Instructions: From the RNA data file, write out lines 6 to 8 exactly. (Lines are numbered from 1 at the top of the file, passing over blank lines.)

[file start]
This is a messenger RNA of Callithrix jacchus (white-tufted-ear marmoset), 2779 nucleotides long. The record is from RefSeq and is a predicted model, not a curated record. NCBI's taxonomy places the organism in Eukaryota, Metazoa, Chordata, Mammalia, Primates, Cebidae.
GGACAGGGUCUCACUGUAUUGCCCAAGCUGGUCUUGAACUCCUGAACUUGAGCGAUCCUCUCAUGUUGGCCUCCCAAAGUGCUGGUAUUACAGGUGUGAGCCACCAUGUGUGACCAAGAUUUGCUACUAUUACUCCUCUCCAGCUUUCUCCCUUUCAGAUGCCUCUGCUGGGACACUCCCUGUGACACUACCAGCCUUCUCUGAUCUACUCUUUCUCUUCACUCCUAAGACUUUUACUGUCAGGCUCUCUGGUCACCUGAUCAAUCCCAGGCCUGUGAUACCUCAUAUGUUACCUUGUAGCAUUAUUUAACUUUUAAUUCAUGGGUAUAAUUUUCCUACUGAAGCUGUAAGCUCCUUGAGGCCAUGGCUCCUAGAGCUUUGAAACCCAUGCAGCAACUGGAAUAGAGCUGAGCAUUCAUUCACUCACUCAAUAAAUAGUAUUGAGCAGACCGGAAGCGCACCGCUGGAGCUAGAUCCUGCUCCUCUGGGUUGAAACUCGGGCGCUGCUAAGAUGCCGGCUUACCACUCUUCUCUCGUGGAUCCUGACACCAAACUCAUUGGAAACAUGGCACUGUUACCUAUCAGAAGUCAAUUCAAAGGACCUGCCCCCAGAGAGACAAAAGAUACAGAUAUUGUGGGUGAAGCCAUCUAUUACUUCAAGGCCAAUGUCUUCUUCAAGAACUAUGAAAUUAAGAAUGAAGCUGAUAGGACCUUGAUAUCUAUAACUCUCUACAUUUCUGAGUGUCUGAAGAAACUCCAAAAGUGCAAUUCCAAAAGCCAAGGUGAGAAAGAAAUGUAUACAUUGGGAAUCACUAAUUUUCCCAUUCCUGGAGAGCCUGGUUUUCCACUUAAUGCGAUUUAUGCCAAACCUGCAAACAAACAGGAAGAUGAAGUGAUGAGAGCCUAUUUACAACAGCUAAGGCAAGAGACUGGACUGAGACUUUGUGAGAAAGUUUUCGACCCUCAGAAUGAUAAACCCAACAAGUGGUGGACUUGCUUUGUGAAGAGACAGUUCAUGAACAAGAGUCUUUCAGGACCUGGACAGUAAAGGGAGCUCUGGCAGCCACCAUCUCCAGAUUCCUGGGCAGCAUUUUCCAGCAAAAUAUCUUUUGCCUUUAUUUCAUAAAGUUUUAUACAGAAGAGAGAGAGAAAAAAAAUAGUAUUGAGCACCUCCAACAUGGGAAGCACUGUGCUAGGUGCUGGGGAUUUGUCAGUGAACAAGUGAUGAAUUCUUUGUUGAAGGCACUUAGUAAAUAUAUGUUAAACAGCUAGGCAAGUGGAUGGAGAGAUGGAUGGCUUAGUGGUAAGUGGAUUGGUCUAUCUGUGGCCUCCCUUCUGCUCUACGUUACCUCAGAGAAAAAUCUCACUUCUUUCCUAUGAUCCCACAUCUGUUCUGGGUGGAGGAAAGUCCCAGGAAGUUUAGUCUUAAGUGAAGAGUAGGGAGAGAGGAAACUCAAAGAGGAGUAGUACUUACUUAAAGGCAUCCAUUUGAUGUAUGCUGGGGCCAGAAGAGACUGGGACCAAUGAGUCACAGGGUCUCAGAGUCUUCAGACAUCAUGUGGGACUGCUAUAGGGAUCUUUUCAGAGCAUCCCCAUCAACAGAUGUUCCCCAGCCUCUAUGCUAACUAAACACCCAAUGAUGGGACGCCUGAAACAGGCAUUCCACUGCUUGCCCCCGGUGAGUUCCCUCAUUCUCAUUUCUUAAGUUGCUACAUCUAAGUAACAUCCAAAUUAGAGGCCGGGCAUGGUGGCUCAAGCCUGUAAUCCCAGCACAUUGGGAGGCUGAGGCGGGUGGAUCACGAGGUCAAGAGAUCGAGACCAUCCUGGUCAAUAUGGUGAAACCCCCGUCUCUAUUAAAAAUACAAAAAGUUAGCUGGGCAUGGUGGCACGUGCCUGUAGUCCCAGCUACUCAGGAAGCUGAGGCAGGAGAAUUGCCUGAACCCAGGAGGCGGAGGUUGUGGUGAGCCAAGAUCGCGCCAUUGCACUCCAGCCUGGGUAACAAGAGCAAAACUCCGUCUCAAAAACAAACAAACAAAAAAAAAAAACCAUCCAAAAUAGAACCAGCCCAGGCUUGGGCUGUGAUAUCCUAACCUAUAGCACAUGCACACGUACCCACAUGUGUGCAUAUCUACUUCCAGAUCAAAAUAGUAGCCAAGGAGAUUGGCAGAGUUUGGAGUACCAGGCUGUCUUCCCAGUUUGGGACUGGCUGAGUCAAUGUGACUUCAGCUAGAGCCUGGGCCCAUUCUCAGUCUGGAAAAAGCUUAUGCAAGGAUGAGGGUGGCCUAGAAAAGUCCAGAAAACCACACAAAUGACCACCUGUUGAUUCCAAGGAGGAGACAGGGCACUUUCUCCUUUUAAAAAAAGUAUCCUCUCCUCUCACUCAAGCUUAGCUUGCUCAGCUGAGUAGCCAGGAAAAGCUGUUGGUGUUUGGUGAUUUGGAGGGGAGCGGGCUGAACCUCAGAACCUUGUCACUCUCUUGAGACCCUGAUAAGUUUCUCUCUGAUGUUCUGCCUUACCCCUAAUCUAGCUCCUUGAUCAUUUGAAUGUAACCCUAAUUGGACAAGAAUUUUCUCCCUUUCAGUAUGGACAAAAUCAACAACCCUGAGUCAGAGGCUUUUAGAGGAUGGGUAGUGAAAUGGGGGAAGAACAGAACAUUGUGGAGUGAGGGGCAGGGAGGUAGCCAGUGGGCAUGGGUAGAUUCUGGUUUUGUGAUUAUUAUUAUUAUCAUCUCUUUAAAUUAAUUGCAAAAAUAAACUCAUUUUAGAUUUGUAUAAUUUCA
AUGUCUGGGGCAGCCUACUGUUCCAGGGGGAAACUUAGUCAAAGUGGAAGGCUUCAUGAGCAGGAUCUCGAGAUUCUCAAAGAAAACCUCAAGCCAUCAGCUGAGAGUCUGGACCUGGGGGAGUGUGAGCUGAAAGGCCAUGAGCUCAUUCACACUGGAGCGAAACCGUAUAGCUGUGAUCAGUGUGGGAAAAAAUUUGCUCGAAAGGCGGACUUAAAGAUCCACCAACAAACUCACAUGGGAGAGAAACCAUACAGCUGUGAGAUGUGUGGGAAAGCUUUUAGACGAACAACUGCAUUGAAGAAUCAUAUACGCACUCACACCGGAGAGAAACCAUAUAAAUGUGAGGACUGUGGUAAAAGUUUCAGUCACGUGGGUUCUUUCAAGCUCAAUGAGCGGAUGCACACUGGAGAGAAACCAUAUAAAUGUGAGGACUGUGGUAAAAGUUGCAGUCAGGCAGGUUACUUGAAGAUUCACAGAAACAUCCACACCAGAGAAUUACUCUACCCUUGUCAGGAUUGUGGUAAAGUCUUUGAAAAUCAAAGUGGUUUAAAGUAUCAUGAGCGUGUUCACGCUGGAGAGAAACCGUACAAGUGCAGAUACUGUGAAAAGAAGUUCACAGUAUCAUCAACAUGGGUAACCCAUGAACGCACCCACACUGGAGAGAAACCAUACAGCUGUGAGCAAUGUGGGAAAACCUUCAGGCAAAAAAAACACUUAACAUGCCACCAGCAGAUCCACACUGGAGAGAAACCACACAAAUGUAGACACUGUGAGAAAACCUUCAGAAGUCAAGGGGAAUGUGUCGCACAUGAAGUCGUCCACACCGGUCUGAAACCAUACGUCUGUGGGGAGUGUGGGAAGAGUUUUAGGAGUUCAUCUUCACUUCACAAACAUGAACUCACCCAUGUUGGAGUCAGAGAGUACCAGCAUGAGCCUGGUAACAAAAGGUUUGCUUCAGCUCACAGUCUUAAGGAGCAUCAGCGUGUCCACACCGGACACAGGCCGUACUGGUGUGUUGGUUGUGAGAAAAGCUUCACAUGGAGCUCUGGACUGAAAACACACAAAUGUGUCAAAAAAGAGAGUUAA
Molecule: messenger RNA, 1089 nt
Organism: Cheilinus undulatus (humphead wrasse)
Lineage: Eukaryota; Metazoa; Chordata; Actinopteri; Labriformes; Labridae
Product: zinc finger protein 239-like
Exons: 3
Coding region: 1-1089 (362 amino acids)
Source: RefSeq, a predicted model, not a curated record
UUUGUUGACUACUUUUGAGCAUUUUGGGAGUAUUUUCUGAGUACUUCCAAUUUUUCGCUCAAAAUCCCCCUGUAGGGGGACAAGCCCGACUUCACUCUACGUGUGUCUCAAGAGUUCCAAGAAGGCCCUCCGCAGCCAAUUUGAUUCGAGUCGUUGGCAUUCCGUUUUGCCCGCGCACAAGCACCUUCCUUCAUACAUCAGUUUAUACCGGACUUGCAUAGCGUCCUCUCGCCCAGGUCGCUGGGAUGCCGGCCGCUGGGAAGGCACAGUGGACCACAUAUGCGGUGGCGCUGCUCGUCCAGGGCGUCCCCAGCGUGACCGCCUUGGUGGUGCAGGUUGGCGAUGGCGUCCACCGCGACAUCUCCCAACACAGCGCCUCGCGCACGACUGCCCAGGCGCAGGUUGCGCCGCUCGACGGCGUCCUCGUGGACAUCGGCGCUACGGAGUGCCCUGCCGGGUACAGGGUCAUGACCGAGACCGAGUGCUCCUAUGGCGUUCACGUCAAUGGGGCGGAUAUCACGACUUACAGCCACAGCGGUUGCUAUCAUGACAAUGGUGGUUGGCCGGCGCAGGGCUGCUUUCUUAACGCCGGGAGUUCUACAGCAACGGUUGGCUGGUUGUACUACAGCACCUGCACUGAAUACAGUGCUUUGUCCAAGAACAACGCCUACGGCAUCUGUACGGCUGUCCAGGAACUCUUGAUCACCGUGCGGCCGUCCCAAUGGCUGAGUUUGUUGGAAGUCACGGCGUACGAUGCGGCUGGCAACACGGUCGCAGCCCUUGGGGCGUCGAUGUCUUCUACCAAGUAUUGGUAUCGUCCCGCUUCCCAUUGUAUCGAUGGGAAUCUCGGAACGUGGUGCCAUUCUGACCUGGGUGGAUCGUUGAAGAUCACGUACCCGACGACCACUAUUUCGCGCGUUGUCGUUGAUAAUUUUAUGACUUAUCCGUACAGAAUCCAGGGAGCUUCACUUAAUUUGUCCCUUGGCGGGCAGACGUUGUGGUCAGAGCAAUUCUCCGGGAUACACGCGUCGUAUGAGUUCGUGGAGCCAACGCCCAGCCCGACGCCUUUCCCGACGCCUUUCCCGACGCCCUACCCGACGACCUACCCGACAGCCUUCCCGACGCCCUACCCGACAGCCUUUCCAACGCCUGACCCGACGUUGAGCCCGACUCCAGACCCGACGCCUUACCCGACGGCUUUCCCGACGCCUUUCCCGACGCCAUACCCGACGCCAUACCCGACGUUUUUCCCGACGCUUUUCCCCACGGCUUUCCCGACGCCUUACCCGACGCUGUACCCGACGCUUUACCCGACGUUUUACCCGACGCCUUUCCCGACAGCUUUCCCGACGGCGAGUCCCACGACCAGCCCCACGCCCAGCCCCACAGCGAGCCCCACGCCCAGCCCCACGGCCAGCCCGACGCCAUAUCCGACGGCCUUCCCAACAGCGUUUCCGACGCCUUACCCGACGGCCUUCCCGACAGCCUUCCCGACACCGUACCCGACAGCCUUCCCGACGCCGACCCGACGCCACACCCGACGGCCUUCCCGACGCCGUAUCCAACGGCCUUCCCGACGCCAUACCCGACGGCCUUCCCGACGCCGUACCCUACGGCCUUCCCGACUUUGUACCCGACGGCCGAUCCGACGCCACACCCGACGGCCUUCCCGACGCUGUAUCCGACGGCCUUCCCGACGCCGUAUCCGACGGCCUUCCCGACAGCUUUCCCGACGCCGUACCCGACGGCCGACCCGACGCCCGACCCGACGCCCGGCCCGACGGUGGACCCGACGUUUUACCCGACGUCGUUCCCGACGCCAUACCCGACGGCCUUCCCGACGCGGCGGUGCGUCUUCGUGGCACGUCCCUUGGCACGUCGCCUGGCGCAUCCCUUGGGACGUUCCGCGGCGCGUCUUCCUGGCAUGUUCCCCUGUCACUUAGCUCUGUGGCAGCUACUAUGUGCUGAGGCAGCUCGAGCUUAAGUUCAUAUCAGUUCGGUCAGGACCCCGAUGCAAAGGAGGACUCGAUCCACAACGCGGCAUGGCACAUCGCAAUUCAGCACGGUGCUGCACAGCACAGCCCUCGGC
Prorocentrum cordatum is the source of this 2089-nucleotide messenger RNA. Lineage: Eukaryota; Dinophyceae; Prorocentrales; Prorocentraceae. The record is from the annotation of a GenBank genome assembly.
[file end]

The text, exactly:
Lineage: Eukaryota; Metazoa; Chordata; Actinopteri; Labriformes; Labridae
Product: zinc finger protein 239-like
Exons: 3